How to Edit Photos in Lightroom Classic: An Overview
For many beginner photographers who have started saving their photos are RAW files, learning how to edit photos in Lightroom is a problem. Where to start editing? What do all editing tools do? How do I know my photos will look better when I use Lightroom to edit? How can I know when I am finished? These are all relevant and real questions.
This article is a simple introduction to the basic functions in Lightroom Classic. Most of it is dedicated to showing you how easy it is to get started, once you have a little knowledge of the essentials. Like many things, basic editing of photos in Lightroom Classic is easy when you know how.
Adobe offers two versions of their popular photo editing software. These are Lightroom Classic and Lightroom Creative Cloud (CC). In this article, you will learn how to edit photos in Lightroom Classic, and I will cover editing in Lightroom CC in another article.
Import and Metadata
You can import photos into Lightroom one at a time or in bulk. This can be done by connecting your camera to your computer. Or you can remove the card from your camera and using a card reader that’s connected to your computer. If you have RAW files already on a hard drive, these can also be imported into Lightroom.
Lightroom Classic uses Catalogs to help you keep photos organized. These are databases that have three functions. To reference where your photos are on your computer. Instructions for Lightroom in how you have processed the photos. Metadata on each photo. This is information about the photo that may be imported with the photos and also added to within Lightroom. Click here for an article that teaches you more about this data.
Here is a video that provides a brief overview of RAW file editing in Lightroom Classic.
Open Lightroom Classic
You will be prompted to open an existing catalog or create a new one. If you’re brand new to using Lightroom Classic, you’ll have to create a new catalog. To do this, click on the Create A New Catalog button. Choose a location on your hard drive to store it and name it. Lightroom will add an extension to the filename of “lrcat” indicating it’s a catalog file.
These catalog files can become quite large and take up many gigabytes of storage space. It pays to make sure you choose a location to store it with enough free space. I prefer to name my Lightroom catalogs to reflect the date I took the photos that they store. I create new catalogs from time to time, depending on how many photos I am taking. Lightroom catalogs with too many photos tend to slow down processing. How many depends on your computer specs and how much editing you do.
Import RAW Files
Your catalog will open, and Lightroom with inviting you to “Click the Import button to begin”. The Import button is located at the bottom left of your screen. If you cannot see it, click the small triangle halfway up the left side of the Lightroom window or press the f7 key. This will bring the left-hand side panel into view.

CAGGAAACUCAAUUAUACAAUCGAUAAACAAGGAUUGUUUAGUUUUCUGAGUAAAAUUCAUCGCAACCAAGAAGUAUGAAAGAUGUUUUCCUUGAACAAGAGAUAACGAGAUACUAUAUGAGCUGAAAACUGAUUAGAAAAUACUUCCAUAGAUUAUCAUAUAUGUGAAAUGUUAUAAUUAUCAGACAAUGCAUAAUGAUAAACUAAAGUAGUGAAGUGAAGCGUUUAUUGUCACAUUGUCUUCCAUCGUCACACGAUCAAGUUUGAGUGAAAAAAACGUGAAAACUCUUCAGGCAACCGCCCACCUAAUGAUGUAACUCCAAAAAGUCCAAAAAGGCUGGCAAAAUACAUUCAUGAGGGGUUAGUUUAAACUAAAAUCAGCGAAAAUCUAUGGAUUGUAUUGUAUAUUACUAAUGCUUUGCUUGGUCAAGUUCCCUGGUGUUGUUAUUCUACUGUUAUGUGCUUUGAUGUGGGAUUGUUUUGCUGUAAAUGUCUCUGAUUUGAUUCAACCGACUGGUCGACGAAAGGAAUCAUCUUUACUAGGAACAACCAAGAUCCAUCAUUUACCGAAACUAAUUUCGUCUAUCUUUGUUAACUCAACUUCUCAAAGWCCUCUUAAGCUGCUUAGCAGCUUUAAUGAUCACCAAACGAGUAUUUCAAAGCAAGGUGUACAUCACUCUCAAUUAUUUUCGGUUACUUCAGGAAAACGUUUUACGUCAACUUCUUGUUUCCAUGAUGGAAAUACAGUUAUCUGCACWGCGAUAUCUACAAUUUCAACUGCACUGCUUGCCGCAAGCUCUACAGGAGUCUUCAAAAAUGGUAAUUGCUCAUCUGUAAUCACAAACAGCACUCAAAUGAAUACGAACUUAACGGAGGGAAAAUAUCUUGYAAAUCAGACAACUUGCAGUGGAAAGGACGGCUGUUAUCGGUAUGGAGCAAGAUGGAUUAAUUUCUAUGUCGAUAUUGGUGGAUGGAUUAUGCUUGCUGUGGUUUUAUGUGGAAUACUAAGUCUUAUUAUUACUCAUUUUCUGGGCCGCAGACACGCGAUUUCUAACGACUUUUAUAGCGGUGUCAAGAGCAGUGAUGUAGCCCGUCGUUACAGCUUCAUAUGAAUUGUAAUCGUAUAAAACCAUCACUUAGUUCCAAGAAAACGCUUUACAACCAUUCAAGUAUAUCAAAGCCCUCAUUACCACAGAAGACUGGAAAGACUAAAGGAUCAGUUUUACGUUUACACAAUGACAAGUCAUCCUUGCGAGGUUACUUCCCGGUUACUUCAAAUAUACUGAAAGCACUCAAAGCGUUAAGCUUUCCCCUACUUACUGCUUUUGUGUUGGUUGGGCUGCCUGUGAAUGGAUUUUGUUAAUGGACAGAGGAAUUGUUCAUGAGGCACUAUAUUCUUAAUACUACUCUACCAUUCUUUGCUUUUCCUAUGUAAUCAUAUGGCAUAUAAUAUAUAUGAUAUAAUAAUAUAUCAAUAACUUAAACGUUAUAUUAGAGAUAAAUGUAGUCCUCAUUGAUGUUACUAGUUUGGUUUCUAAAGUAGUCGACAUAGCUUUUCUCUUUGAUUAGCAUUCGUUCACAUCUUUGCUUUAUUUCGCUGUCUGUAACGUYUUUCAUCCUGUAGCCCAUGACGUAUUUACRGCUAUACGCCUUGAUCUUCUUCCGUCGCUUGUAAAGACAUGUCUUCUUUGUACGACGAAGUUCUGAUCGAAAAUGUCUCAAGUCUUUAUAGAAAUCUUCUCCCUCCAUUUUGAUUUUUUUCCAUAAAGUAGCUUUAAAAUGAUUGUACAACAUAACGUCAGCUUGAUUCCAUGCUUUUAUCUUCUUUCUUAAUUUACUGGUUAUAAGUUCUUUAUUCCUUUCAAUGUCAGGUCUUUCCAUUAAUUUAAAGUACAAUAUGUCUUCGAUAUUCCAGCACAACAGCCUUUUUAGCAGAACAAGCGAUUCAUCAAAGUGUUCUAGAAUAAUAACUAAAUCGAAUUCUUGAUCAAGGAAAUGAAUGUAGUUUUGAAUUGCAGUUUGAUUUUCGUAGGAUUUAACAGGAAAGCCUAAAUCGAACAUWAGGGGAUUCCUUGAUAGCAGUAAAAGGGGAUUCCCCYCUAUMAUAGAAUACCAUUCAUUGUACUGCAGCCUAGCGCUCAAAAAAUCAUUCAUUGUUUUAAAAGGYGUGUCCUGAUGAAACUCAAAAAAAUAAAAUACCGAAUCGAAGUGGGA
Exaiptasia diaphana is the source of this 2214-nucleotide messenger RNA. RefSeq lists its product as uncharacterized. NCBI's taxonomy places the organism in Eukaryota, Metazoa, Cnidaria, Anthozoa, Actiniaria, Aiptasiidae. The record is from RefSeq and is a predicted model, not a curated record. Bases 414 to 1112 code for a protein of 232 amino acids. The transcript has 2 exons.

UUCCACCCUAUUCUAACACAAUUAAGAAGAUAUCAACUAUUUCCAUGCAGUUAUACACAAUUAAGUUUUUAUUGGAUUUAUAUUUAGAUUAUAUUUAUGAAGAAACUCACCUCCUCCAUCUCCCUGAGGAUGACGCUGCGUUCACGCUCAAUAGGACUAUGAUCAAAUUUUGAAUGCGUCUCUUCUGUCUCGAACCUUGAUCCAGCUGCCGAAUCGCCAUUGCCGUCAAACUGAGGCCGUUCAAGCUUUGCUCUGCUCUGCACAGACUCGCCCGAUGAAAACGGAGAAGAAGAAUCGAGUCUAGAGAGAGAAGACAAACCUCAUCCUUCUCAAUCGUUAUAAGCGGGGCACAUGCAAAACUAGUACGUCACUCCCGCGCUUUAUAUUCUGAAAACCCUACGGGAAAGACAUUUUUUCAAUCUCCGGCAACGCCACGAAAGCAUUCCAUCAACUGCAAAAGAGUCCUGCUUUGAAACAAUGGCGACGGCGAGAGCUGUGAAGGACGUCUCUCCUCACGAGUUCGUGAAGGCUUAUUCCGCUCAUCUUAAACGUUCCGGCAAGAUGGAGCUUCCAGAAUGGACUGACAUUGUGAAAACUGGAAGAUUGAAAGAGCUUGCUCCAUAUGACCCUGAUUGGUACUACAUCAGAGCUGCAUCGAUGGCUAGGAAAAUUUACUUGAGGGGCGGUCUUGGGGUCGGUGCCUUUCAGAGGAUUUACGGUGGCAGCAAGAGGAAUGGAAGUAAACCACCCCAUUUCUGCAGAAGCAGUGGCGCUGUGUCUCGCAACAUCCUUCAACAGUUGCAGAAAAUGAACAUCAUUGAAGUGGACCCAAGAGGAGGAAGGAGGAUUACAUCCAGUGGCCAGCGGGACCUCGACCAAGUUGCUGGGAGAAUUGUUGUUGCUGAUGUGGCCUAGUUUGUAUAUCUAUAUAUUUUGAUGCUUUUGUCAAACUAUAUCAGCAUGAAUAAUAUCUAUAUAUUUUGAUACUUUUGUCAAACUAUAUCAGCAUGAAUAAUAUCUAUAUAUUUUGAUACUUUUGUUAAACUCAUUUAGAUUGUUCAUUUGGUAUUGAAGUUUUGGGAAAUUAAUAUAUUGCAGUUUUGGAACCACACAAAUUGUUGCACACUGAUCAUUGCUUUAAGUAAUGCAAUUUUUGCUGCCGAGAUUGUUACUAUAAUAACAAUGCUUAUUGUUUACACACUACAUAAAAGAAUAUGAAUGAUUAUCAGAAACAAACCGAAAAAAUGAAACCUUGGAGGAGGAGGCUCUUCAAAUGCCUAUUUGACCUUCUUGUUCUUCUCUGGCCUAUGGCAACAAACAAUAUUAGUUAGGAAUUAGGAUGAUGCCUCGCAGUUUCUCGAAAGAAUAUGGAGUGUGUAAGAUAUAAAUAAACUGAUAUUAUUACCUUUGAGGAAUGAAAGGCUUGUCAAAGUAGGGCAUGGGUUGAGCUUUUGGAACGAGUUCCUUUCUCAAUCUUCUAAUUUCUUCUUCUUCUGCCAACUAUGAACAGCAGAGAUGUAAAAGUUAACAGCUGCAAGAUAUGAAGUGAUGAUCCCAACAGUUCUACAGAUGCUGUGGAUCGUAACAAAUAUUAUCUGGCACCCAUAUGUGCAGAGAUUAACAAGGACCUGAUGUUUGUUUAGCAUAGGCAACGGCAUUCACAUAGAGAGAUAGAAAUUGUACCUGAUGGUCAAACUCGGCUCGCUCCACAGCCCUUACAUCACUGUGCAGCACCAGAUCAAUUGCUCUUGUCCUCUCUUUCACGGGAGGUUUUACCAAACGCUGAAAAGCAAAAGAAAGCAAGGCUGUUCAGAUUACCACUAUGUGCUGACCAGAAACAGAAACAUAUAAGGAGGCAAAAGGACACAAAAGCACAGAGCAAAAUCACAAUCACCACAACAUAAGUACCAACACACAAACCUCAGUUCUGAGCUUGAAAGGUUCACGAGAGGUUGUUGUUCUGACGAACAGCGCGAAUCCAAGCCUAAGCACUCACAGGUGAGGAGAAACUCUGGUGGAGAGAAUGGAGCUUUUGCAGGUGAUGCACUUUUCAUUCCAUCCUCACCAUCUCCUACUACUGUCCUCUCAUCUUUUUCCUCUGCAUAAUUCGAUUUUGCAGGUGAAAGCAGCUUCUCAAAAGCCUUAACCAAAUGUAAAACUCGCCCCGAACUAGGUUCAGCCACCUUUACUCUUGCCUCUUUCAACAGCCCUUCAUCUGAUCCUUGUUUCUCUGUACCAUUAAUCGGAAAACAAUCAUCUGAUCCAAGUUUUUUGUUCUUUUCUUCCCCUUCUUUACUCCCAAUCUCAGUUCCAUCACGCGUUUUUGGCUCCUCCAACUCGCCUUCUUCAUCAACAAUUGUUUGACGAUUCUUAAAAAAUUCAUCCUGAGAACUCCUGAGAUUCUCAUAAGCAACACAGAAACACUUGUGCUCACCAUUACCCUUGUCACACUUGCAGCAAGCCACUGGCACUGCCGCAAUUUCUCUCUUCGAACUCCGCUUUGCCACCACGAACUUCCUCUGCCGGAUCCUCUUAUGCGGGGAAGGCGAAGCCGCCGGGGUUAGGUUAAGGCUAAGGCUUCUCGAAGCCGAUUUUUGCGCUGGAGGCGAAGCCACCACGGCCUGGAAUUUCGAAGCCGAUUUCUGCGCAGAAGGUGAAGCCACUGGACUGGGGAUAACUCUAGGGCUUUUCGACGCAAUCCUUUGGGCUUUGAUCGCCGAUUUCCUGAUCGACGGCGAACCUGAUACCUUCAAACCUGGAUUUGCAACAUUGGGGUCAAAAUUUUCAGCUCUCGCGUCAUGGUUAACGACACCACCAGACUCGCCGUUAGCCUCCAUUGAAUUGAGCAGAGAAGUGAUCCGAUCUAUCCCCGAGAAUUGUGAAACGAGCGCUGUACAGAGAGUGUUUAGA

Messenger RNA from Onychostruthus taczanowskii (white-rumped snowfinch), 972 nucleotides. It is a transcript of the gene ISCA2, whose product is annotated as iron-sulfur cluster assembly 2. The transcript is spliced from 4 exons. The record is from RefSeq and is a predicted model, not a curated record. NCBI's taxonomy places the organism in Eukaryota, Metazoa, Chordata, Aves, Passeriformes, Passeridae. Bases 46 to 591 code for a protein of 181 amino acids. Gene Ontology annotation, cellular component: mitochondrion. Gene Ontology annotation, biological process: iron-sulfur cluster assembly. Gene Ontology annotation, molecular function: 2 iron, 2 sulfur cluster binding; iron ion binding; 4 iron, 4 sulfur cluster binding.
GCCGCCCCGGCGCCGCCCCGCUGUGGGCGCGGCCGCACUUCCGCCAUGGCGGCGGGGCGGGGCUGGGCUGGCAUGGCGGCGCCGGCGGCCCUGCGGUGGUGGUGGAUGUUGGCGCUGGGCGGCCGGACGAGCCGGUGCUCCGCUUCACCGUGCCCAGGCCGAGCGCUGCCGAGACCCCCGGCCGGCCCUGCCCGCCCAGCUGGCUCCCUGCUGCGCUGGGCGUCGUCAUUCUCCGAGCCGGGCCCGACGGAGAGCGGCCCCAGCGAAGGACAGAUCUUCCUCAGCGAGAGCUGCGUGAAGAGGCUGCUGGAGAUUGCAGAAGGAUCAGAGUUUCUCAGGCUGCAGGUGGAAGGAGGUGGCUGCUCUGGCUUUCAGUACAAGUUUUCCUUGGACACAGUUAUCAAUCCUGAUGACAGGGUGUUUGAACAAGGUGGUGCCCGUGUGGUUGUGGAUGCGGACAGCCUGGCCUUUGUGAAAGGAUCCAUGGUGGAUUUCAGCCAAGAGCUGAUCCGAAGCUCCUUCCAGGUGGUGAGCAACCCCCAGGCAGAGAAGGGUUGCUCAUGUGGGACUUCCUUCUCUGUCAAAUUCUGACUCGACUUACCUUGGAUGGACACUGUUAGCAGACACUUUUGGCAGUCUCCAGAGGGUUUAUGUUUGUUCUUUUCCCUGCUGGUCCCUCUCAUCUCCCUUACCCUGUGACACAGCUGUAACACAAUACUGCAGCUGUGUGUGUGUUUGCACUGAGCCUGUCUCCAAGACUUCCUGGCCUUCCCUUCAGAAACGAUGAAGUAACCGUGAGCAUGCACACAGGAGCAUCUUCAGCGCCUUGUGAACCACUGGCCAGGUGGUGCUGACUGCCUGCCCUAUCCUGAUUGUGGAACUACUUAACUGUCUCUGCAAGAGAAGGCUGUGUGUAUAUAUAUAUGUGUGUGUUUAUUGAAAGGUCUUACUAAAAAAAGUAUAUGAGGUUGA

Click the Import button. A new window opens. On the left, you need to choose the location to import your RAW files from. Lightroom shows a list of locations that can be hard drives, card readers, or connected cameras.
Select source. Lightroom-generated previews. You can select them all or individually if you don’t want to import everything.
On the right side at the top, you can choose the location on your computer where you want to store the photos.
In the center at the top, you can choose whether to Copy, Move, or Add your photos. If your photos are already on your hard drive Add will be automatically selected. This function leaves the image files in the same location and imports the information into the Lightroom catalog.
Choosing Copy or Move will place the RAW files onto your hard drive. Selecting Move will erase them from your card. I prefer to Copy files and leave them on my card, just in case there is a problem during the transfer process.
Now your photos are imported, you can begin to edit.
Editing Photos in the Lightroom Develop Module
Lightroom has various modules. In this tutorial, we are concentrating on the two most commonly used. These are the Library Module and the Develop Module.
Once Lightroom imports your photos, you can browse them in the Library module and select which ones you’d like to edit. When you have selected a photo to edit, you can press the D key to open it in the Develop module.
In this module, you will need to have the panel on the right of your screen open. If it’s not already open, click the triangle that’s halfway up the left side or press the f8 key. This panel has the controls you will use to begin editing your photo.
Using the Histogram in the Develop Module
At the top, you’ll see a histogram. This is helpful when editing as it allows you to see a graphic representation of the tones in your image. On either side at the top of the histogram, there is a small triangle. You can hover over or click on these to show where clipping occurs in the highlights and shadows. If dark or light areas are highlighted, they are clipped and have lost detail in those areas.
In this example, I exaggerated the highlights to show the red area where there is clipping.
Cropping in Lightroom Classic
Below the histogram, in Lightroom you will see a group of six icons. The only one I’ll cover here is the one representing the cropping and straightening tool.
You can see from the window frame behind the model my image is crooked. Selecting the crop and straighten tool, I can click and drag a corner of the bounding box to correct this problem. When you click on the icon, a grid will appear over the image. When you click and drag a corner, the grid is multiplied which allows you to align the image more precisely.
Once your photo is straight, you can click and drag the handles on any side of the photo to crop it further.
One aspect of straightening like this I like is that as you turn the photo, it is automatically cropped to avoid framing it beyond the area of the image. If it did not do this, as you rotate the photo, you could get triangles of nothing appearing at the corners.